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Red meat appetite balanced by big red wines

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John Brown is president of Brown Communications in Charleston. He writes about wine each month for The State Journal.

I am a flawed human being. I know this because I am married to a very candid woman who reminds me daily of my myriad imperfections. 

Hey, I'm not complaining. If she was not critical of some of my more my aberrant idiosyncrasies, I would probably be living in a cave, wearing an animal skin and reduced to yodeling.

However, the older I get, the more I have come to the conclusion that some of these imperfections are acceptable. No, let me rephrase that: they are essential! To be sure, I'm not suggesting anything criminal or morally reprehensible here. 

No, the oft-criticized behavior I am endorsing involves eating red meat on a regular basis. I know it's not politically correct to admit this, but I am a serious carnivore, particularly when it comes to beef. I must consume the roasted flesh of a steer or cow at least once a week or I turn into my alter ego — the ogre just waiting to emerge.

Okay, so maybe I've engaged in a little hyperbole here, but I do really love a good steak, preferably a bone-in ribeye grilled over blazing charcoal. So while too much of a good thing, like beef, can be a health risk, I mitigate that problem by flushing my arteries regularly with a steady stream of red wine.

Today, I'm going to share my mouth-watering recipe for grilled steak and provide you with a few nice red wine recommendations that will please your palate and transform the meal into an other-worldly experience.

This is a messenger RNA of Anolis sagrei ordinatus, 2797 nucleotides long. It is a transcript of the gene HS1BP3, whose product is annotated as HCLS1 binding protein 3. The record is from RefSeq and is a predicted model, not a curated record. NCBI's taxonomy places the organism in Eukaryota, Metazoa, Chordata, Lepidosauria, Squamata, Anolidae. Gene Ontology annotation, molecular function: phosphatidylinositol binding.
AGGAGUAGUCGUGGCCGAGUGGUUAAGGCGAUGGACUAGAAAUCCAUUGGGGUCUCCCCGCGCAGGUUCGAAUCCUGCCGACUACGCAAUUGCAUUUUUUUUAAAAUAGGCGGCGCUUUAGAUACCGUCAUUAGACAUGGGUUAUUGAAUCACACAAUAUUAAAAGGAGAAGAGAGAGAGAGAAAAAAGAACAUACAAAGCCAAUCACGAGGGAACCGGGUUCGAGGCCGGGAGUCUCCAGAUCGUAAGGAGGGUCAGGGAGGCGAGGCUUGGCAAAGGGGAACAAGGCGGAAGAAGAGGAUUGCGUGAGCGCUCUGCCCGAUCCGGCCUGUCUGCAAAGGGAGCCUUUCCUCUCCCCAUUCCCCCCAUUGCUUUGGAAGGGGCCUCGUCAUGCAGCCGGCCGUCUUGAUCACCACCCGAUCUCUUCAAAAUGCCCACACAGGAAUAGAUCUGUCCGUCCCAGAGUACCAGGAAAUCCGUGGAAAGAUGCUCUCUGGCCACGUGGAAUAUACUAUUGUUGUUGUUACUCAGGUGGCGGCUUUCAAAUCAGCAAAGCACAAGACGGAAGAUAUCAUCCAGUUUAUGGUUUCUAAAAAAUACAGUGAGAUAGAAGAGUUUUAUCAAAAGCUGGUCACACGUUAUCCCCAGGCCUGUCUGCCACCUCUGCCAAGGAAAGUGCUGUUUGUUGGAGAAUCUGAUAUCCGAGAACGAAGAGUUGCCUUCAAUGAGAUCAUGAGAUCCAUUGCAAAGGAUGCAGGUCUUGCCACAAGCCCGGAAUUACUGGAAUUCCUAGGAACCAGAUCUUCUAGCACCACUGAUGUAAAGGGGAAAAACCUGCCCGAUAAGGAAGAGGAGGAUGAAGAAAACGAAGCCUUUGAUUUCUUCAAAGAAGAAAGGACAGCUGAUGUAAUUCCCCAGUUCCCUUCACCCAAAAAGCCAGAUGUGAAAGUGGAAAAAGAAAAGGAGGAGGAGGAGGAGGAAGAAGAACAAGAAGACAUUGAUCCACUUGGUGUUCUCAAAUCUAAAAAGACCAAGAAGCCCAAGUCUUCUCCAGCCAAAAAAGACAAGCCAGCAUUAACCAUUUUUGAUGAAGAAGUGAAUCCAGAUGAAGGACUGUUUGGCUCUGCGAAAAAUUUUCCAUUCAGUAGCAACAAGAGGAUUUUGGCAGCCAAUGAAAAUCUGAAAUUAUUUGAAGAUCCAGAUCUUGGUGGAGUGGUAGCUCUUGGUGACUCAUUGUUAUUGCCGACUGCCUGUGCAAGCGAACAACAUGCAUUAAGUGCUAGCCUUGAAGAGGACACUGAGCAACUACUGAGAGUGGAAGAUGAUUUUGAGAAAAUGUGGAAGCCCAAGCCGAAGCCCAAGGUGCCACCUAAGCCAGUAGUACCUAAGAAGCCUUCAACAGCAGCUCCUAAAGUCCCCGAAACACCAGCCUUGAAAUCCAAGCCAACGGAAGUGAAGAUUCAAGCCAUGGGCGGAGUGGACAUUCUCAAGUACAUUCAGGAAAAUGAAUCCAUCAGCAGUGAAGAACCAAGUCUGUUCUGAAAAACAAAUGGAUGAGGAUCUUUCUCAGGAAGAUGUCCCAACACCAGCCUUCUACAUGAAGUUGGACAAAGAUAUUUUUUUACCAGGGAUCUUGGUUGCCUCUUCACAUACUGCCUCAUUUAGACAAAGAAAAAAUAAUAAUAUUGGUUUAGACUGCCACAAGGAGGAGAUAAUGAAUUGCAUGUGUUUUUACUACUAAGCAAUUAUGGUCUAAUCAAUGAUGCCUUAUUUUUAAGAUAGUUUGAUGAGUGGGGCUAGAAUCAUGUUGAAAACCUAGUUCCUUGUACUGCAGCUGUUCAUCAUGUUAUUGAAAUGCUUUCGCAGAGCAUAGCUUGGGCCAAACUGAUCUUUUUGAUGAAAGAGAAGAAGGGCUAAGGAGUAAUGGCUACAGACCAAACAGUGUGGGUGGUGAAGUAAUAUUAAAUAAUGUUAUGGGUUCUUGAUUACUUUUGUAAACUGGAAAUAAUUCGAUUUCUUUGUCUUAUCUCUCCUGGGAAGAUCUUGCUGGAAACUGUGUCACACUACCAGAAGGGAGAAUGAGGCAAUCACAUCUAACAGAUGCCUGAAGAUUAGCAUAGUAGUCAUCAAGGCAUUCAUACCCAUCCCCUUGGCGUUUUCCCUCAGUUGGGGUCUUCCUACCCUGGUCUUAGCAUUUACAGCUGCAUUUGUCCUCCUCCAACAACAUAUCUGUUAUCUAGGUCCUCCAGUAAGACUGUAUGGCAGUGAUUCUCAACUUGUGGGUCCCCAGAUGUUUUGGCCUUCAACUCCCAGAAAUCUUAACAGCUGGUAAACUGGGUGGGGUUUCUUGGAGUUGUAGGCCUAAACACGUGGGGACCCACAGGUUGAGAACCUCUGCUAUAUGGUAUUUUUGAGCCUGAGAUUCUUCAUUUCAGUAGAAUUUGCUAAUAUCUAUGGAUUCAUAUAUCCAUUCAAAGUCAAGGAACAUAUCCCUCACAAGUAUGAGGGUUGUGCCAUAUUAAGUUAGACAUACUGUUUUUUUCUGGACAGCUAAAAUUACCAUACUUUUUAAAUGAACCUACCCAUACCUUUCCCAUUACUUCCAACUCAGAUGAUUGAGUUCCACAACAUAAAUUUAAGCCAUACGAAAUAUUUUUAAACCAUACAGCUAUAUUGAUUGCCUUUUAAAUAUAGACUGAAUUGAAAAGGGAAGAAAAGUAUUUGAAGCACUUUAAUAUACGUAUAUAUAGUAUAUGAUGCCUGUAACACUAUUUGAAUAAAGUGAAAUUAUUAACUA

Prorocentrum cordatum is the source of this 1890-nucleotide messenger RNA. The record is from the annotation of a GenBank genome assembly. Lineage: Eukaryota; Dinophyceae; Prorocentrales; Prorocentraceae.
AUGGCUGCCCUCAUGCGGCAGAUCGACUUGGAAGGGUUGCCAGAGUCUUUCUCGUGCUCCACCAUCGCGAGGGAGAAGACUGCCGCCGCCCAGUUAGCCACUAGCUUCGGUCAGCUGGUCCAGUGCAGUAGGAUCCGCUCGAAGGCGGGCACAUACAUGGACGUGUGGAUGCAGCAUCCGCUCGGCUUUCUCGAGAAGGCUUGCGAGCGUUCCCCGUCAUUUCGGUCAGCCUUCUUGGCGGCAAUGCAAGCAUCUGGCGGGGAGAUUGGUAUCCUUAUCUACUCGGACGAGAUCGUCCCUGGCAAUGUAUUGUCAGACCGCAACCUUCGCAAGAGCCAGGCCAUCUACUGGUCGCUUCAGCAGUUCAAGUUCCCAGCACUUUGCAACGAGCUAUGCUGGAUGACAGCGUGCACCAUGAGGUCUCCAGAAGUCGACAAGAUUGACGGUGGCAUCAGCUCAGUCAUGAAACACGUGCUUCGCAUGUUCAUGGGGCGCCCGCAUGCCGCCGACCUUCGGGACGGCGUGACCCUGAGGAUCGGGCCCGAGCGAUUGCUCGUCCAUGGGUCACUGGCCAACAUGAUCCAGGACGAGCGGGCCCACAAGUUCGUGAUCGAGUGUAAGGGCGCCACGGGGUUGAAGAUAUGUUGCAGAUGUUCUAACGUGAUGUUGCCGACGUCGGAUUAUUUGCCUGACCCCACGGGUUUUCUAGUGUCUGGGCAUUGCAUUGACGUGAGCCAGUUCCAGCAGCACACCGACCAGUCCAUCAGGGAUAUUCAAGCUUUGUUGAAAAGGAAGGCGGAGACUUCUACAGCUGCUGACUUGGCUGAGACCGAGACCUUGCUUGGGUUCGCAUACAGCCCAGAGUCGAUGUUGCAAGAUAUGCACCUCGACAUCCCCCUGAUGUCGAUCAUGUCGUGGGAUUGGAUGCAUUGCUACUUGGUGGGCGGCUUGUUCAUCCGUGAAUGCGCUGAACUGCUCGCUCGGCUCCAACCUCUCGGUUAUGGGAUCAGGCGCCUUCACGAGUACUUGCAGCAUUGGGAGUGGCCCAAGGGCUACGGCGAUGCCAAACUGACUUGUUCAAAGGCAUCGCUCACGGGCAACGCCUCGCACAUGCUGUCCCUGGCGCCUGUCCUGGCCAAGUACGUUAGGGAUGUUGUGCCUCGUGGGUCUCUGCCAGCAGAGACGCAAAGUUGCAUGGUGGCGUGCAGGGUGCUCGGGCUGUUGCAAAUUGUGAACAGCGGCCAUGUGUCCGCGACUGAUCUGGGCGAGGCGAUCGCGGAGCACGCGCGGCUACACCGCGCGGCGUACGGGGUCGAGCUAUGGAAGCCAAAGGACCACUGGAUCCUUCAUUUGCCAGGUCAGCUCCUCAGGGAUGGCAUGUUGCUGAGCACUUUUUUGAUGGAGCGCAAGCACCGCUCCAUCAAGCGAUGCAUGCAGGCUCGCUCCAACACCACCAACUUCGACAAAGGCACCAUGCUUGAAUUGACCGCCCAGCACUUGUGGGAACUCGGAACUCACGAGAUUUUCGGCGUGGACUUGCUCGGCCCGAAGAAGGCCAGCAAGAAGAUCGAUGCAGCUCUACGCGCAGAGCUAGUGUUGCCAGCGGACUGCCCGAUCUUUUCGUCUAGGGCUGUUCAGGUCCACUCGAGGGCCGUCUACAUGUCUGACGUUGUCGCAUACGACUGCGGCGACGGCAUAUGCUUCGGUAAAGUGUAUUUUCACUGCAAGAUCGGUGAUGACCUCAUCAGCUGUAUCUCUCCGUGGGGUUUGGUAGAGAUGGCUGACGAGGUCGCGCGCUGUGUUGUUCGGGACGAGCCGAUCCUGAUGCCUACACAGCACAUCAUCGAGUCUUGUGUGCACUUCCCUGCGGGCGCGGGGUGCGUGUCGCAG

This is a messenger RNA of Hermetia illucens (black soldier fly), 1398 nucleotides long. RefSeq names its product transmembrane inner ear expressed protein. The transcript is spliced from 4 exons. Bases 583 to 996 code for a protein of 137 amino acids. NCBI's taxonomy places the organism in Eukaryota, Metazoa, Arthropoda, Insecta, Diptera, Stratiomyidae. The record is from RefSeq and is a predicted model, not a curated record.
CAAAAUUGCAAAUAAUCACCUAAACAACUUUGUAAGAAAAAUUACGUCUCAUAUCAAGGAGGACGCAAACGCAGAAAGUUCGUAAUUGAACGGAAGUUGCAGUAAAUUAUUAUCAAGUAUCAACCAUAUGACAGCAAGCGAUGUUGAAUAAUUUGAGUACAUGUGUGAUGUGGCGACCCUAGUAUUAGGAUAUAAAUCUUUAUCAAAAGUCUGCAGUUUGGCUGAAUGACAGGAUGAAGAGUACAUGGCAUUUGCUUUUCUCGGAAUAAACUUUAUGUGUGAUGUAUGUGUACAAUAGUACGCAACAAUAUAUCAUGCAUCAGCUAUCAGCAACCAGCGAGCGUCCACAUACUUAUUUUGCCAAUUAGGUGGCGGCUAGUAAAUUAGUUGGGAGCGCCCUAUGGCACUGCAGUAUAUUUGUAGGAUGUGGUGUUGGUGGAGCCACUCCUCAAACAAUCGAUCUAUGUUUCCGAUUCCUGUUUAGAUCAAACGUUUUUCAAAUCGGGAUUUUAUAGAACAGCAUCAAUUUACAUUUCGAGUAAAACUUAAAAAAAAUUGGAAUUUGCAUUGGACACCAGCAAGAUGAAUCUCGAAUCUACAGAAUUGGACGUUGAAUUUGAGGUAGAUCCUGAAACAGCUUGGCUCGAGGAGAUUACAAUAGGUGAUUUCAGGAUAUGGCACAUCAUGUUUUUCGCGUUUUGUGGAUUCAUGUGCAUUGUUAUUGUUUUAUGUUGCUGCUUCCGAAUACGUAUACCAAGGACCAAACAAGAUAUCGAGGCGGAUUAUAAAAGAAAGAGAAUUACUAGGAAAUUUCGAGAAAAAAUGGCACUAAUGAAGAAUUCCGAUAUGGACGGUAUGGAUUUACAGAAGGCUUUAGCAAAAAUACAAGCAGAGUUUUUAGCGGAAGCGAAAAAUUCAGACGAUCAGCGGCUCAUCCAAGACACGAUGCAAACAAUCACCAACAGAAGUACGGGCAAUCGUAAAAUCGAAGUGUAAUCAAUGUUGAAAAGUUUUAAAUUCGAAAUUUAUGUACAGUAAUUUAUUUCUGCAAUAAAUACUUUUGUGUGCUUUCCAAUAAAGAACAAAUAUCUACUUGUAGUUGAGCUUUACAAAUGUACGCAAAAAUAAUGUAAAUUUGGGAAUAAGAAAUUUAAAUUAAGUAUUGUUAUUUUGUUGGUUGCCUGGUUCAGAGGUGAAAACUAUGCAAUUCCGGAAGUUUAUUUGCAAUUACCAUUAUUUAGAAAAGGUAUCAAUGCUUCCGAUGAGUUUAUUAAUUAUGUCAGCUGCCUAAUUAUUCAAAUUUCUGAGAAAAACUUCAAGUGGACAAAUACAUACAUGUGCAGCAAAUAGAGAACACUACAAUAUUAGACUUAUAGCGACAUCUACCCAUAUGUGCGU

I prefer to use rib eye, but a strip, porterhouse or filet work just as well.

  • Go to your favorite butcher or grocer and purchase a 1 1/2-inch thick bone-in ribeye. You will need to make a dry rub of Kosher salt, coarsely ground black pepper and one finely chopped garlic clove. Pat the steak with the dry rub and then massage in about a half teaspoon of olive oil on the meat.
  • Allow the steak to sit at room temperature for at least 30 minutes while you prepare a charcoal fire. If you're using a gas grill, turn one side of the grill up to the highest setting. Now, place the steak on the grill, close the lid and cook for two minutes a side. Then move the steak off the direct heat and allow it to cook indirectly for another eight minutes (for medium rare).
  • Remove the steak from the grill, allow it to sit for 10 minutes and then dig in. I usually accompany the steak with grilled vegetables that have been brushed with olive oil and balsamic vinegar along with a twice-baked potato.  While any full-bodied red wine will work with the steak, I prefer rich and fully–flavored new world cabernet sauvignon or a red blend (cabernet, merlot, cabernet franc).  

Here are some of my favorite labels priced between $15 and $30 a bottle that will work well: Franciscan, Sebastiani, Alamos, Alexander Valley Vineyards, St. Supery, B-Side, Robert Mondavi, Louis Martini, BV Rutherford, William Hill, Clos Du Val and Newton Claret.

So go ahead, exercise your inner ogre and enjoy that scrumptious steak with a lovely, artery-clearing big red wine.